Water may have an effect on your longevity. (Photo by anthony_goto)
Lithium is an essential trace element found mostly in drinking water and vegetables. However, nutritional intake of lithium varies considerably, depending on where you live.
In rats, a deficiency of lithium causes health problems such as behavioral abnormalities, but in humans, lithium deficiency is an unknown concept. On the other hand, there have been studies suggesting that lithium intake, even at low doses, is inversely correlated with suicide risk. High-dose lithium has been used for decades to treat psychiatric conditions such as bipolar disorder.
Lithium may also have other life-extending properties besides reducing suicide risk. For example, roundworms have been shown to live up to 36% longer when given lithium chloride, but the amounts used are 1000-fold higher than would be obtainable through diet. Such a high dose may not be necessary, however. In a recent paper roundworms were shown to live longer when given a low concentration of lithium chloride throughout their life – with the effect being less pronounced than with high doses (link).
The authors also looked at lithium in drinking water and total mortality in 18 neighboring Japanese municipalities. They found that tap water levels of lithium were inversely associated with overall mortality adjusted for age and gender. Since lithium levels have been associated with lower suicide rates, the authors also adjusted for suicide. The inverse association between lithium and overall mortality remained.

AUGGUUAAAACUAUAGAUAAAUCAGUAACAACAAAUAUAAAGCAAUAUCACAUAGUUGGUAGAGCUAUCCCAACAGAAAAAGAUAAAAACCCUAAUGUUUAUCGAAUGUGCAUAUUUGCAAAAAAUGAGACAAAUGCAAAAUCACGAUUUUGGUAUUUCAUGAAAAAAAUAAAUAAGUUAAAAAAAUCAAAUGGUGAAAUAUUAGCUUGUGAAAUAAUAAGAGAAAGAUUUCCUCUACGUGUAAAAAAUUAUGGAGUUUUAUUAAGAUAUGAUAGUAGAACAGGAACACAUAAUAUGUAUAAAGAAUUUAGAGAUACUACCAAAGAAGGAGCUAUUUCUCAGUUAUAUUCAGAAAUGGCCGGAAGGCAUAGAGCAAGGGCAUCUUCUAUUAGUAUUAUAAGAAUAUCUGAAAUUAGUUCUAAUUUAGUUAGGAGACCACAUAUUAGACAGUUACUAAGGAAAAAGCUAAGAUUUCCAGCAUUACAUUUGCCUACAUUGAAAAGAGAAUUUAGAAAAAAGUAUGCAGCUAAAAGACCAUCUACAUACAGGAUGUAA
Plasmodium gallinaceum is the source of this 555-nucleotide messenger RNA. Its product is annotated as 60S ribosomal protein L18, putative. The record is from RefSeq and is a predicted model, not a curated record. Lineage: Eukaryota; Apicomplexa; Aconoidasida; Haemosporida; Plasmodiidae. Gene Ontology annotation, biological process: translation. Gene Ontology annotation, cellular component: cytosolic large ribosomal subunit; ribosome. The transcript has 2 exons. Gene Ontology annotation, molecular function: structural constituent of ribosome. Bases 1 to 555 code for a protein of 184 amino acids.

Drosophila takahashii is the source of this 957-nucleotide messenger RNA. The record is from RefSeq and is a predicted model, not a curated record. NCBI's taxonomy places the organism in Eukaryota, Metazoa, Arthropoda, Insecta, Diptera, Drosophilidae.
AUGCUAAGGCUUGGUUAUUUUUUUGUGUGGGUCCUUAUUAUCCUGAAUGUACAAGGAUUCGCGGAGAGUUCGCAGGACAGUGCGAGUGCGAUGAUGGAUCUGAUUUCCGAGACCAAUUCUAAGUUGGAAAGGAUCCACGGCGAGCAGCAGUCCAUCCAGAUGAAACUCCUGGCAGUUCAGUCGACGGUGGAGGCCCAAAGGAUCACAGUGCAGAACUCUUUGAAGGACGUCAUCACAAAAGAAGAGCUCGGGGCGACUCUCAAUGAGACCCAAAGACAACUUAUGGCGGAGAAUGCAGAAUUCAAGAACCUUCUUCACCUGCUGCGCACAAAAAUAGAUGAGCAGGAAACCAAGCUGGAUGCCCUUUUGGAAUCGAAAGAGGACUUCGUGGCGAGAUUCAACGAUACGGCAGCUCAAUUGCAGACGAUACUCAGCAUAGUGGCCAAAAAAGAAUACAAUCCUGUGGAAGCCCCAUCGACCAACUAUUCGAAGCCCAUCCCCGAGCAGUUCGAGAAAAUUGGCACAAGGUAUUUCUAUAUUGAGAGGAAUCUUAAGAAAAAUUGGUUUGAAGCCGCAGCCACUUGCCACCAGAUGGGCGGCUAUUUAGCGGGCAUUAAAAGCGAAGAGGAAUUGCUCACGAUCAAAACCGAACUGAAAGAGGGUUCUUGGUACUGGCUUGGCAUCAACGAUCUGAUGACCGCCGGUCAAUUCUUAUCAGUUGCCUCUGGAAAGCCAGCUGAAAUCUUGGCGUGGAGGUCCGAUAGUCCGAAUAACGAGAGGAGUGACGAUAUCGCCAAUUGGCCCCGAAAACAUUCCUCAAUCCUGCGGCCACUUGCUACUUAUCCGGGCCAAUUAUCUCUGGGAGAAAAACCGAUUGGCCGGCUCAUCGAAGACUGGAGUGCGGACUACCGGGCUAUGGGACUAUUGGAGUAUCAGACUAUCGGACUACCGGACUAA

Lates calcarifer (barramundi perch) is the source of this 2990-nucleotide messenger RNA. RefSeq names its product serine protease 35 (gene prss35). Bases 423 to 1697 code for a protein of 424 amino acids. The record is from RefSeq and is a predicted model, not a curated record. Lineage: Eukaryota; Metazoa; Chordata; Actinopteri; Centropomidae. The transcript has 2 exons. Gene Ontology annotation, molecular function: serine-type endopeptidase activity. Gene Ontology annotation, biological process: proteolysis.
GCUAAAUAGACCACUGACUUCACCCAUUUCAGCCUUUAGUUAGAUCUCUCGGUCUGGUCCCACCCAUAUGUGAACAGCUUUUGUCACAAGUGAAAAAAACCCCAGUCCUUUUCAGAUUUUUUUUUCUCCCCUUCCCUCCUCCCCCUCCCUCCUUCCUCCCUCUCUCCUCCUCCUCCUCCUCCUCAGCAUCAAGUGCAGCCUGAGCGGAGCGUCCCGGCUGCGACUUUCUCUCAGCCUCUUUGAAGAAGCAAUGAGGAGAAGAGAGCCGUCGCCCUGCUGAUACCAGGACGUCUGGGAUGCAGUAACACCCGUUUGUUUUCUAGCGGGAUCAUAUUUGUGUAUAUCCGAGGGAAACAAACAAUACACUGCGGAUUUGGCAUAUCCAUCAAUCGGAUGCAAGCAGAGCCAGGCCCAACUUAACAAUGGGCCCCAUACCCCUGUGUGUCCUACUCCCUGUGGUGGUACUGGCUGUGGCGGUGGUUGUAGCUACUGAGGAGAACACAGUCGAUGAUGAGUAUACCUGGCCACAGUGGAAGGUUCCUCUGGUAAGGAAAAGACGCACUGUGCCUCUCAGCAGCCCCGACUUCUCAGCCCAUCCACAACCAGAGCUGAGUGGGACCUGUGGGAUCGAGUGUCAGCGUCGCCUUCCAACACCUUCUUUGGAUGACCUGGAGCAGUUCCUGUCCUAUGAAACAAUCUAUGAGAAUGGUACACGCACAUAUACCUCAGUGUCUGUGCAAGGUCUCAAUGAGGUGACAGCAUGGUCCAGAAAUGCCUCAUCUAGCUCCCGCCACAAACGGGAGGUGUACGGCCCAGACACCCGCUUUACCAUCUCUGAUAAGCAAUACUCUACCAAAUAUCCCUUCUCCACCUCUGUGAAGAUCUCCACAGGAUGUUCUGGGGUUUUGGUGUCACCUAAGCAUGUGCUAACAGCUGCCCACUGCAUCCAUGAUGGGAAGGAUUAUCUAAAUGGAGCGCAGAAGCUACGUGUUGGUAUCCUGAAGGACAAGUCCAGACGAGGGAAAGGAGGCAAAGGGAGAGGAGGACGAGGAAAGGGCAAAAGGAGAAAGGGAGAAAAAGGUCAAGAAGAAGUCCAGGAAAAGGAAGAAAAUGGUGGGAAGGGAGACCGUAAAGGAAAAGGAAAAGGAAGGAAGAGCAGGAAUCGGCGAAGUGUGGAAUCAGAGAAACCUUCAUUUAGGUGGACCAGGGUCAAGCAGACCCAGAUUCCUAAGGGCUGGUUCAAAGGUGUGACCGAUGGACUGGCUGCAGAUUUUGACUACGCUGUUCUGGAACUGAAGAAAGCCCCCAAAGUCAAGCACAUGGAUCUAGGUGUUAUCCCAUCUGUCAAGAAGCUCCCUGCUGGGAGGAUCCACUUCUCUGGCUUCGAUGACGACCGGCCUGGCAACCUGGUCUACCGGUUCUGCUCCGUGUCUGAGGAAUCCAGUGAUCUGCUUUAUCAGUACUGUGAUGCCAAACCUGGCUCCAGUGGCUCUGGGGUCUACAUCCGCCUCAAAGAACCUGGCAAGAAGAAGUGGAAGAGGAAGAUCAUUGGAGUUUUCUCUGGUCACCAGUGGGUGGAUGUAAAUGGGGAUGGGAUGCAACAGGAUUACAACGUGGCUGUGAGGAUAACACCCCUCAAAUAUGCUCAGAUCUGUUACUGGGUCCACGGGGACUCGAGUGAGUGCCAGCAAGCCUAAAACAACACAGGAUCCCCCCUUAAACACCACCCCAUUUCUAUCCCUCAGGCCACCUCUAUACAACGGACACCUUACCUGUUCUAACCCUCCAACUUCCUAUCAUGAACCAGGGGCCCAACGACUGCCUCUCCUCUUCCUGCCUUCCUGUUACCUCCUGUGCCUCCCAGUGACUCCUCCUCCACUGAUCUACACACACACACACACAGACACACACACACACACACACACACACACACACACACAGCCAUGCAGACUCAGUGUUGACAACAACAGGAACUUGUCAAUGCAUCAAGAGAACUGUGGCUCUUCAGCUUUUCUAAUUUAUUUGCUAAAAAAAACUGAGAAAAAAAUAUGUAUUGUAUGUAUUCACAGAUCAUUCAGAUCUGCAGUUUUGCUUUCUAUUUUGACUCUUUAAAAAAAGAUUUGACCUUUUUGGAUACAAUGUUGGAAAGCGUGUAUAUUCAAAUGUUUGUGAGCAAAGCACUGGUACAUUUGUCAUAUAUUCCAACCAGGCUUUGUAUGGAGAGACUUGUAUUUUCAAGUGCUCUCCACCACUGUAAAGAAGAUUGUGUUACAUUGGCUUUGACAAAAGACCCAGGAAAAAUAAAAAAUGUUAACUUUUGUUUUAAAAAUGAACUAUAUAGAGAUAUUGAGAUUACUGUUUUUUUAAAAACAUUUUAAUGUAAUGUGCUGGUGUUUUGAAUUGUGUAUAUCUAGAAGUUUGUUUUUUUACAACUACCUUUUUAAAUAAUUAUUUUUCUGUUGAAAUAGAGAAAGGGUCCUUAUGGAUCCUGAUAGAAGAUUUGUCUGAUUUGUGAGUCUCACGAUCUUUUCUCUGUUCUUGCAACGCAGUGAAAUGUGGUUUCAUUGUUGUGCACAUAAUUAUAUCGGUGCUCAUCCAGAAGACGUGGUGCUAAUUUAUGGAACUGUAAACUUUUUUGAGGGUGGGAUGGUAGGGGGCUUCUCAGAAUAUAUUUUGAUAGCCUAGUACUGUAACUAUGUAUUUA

Lithium concentrations in drinking water ranged from 0.7 to 59 mcg/L. The highest value equals a concentration of 8.5 micromoles. A lithium concentration of 10 micromoles was enough to extend the lifespan of roundworms, while a concetration of 1 micromole was not.
The inverse association between mortality and lithium in drinking water obviously does not prove that lithium reduces mortality in humans, but the roundworm experiments show that the idea is not so far-fetched. Although the mechanism is still unknown, I wonder if the mental health aspect has something to do with it.
Too bad there doesn't appear to be any lithium in the tap water where I live, or at least they don't report it. It is also available as a supplement, but some countries may have customs restrictions on some or all forms lithium.
For more information on longevity, see these posts:
High HDL Cholesterol Reduces Risk of Dying in Men
Selegiline and Lifespan Extension
Does Intermittent Fasting Increase Lifespan?
The 7 Types of Aging Damage That End up Killing You